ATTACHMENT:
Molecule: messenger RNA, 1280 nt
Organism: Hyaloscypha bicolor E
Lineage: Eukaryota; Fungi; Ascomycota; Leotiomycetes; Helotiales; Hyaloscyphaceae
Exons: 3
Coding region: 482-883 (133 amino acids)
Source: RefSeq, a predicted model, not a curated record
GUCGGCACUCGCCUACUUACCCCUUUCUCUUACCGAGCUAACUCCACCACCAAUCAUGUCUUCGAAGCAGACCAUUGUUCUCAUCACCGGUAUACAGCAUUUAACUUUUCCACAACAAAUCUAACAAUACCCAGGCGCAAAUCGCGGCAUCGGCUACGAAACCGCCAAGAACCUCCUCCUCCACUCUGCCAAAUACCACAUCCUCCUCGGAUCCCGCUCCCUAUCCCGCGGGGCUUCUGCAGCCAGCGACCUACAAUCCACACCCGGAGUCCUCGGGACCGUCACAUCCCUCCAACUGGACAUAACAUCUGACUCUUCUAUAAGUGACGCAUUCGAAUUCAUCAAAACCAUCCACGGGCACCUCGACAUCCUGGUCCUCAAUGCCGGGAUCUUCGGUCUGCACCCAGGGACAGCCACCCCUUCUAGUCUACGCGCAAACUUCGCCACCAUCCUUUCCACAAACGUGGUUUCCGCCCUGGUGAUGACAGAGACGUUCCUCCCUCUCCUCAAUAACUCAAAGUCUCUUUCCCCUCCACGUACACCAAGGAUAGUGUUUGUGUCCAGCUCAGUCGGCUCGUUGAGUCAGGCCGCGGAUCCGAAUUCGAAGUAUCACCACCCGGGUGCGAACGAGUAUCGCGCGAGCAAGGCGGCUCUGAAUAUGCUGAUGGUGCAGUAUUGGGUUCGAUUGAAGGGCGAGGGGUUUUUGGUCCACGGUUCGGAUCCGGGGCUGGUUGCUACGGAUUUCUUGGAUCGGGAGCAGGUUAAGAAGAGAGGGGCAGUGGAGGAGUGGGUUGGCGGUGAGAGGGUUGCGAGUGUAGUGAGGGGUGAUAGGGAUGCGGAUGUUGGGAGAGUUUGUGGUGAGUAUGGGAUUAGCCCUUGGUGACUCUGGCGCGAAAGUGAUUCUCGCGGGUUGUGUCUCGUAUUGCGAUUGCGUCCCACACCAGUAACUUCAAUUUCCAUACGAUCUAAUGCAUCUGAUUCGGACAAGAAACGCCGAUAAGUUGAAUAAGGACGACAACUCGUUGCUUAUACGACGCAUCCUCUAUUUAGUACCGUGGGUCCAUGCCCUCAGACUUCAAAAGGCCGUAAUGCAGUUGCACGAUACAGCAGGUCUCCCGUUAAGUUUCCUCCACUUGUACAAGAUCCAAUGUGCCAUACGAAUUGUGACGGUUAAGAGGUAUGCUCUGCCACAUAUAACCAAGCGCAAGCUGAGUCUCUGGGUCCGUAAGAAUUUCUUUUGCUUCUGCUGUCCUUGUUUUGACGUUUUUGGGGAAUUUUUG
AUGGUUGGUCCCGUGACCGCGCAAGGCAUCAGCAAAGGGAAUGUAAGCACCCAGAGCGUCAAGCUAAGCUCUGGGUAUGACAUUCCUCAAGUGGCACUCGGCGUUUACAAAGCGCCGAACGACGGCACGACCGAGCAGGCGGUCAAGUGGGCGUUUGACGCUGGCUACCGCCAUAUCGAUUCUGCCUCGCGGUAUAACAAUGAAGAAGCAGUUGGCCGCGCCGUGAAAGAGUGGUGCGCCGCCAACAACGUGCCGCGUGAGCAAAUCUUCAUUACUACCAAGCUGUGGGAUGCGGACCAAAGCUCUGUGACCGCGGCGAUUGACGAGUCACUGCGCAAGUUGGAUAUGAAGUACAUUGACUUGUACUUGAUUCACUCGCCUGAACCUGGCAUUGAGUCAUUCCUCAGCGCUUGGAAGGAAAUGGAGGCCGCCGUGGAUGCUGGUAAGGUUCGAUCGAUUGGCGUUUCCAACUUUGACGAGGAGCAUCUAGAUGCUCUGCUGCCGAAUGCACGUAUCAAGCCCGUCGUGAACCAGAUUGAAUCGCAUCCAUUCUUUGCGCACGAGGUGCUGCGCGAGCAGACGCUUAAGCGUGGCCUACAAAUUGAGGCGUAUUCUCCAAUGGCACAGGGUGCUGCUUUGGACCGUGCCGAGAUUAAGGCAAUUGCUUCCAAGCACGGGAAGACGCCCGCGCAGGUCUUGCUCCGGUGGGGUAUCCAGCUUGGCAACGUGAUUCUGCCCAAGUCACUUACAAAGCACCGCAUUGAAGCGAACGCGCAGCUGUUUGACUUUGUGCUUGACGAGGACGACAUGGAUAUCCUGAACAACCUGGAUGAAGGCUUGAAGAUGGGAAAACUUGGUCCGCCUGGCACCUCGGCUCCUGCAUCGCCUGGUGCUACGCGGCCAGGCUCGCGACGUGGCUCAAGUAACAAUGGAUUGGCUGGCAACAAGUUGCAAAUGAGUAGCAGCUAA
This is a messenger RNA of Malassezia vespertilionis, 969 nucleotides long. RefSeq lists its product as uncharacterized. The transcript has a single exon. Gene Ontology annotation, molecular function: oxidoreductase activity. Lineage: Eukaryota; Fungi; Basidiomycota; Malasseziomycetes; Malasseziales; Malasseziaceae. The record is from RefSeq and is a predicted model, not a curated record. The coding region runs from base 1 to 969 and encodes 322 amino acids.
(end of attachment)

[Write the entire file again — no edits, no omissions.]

Molecule: messenger RNA, 1280 nt
Organism: Hyaloscypha bicolor E
Lineage: Eukaryota; Fungi; Ascomycota; Leotiomycetes; Helotiales; Hyaloscyphaceae
Exons: 3
Coding region: 482-883 (133 amino acids)
Source: RefSeq, a predicted model, not a curated record
GUCGGCACUCGCCUACUUACCCCUUUCUCUUACCGAGCUAACUCCACCACCAAUCAUGUCUUCGAAGCAGACCAUUGUUCUCAUCACCGGUAUACAGCAUUUAACUUUUCCACAACAAAUCUAACAAUACCCAGGCGCAAAUCGCGGCAUCGGCUACGAAACCGCCAAGAACCUCCUCCUCCACUCUGCCAAAUACCACAUCCUCCUCGGAUCCCGCUCCCUAUCCCGCGGGGCUUCUGCAGCCAGCGACCUACAAUCCACACCCGGAGUCCUCGGGACCGUCACAUCCCUCCAACUGGACAUAACAUCUGACUCUUCUAUAAGUGACGCAUUCGAAUUCAUCAAAACCAUCCACGGGCACCUCGACAUCCUGGUCCUCAAUGCCGGGAUCUUCGGUCUGCACCCAGGGACAGCCACCCCUUCUAGUCUACGCGCAAACUUCGCCACCAUCCUUUCCACAAACGUGGUUUCCGCCCUGGUGAUGACAGAGACGUUCCUCCCUCUCCUCAAUAACUCAAAGUCUCUUUCCCCUCCACGUACACCAAGGAUAGUGUUUGUGUCCAGCUCAGUCGGCUCGUUGAGUCAGGCCGCGGAUCCGAAUUCGAAGUAUCACCACCCGGGUGCGAACGAGUAUCGCGCGAGCAAGGCGGCUCUGAAUAUGCUGAUGGUGCAGUAUUGGGUUCGAUUGAAGGGCGAGGGGUUUUUGGUCCACGGUUCGGAUCCGGGGCUGGUUGCUACGGAUUUCUUGGAUCGGGAGCAGGUUAAGAAGAGAGGGGCAGUGGAGGAGUGGGUUGGCGGUGAGAGGGUUGCGAGUGUAGUGAGGGGUGAUAGGGAUGCGGAUGUUGGGAGAGUUUGUGGUGAGUAUGGGAUUAGCCCUUGGUGACUCUGGCGCGAAAGUGAUUCUCGCGGGUUGUGUCUCGUAUUGCGAUUGCGUCCCACACCAGUAACUUCAAUUUCCAUACGAUCUAAUGCAUCUGAUUCGGACAAGAAACGCCGAUAAGUUGAAUAAGGACGACAACUCGUUGCUUAUACGACGCAUCCUCUAUUUAGUACCGUGGGUCCAUGCCCUCAGACUUCAAAAGGCCGUAAUGCAGUUGCACGAUACAGCAGGUCUCCCGUUAAGUUUCCUCCACUUGUACAAGAUCCAAUGUGCCAUACGAAUUGUGACGGUUAAGAGGUAUGCUCUGCCACAUAUAACCAAGCGCAAGCUGAGUCUCUGGGUCCGUAAGAAUUUCUUUUGCUUCUGCUGUCCUUGUUUUGACGUUUUUGGGGAAUUUUUG
AUGGUUGGUCCCGUGACCGCGCAAGGCAUCAGCAAAGGGAAUGUAAGCACCCAGAGCGUCAAGCUAAGCUCUGGGUAUGACAUUCCUCAAGUGGCACUCGGCGUUUACAAAGCGCCGAACGACGGCACGACCGAGCAGGCGGUCAAGUGGGCGUUUGACGCUGGCUACCGCCAUAUCGAUUCUGCCUCGCGGUAUAACAAUGAAGAAGCAGUUGGCCGCGCCGUGAAAGAGUGGUGCGCCGCCAACAACGUGCCGCGUGAGCAAAUCUUCAUUACUACCAAGCUGUGGGAUGCGGACCAAAGCUCUGUGACCGCGGCGAUUGACGAGUCACUGCGCAAGUUGGAUAUGAAGUACAUUGACUUGUACUUGAUUCACUCGCCUGAACCUGGCAUUGAGUCAUUCCUCAGCGCUUGGAAGGAAAUGGAGGCCGCCGUGGAUGCUGGUAAGGUUCGAUCGAUUGGCGUUUCCAACUUUGACGAGGAGCAUCUAGAUGCUCUGCUGCCGAAUGCACGUAUCAAGCCCGUCGUGAACCAGAUUGAAUCGCAUCCAUUCUUUGCGCACGAGGUGCUGCGCGAGCAGACGCUUAAGCGUGGCCUACAAAUUGAGGCGUAUUCUCCAAUGGCACAGGGUGCUGCUUUGGACCGUGCCGAGAUUAAGGCAAUUGCUUCCAAGCACGGGAAGACGCCCGCGCAGGUCUUGCUCCGGUGGGGUAUCCAGCUUGGCAACGUGAUUCUGCCCAAGUCACUUACAAAGCACCGCAUUGAAGCGAACGCGCAGCUGUUUGACUUUGUGCUUGACGAGGACGACAUGGAUAUCCUGAACAACCUGGAUGAAGGCUUGAAGAUGGGAAAACUUGGUCCGCCUGGCACCUCGGCUCCUGCAUCGCCUGGUGCUACGCGGCCAGGCUCGCGACGUGGCUCAAGUAACAAUGGAUUGGCUGGCAACAAGUUGCAAAUGAGUAGCAGCUAA
This is a messenger RNA of Malassezia vespertilionis, 969 nucleotides long. RefSeq lists its product as uncharacterized. The transcript has a single exon. Gene Ontology annotation, molecular function: oxidoreductase activity. Lineage: Eukaryota; Fungi; Basidiomycota; Malasseziomycetes; Malasseziales; Malasseziaceae. The record is from RefSeq and is a predicted model, not a curated record. The coding region runs from base 1 to 969 and encodes 322 amino acids.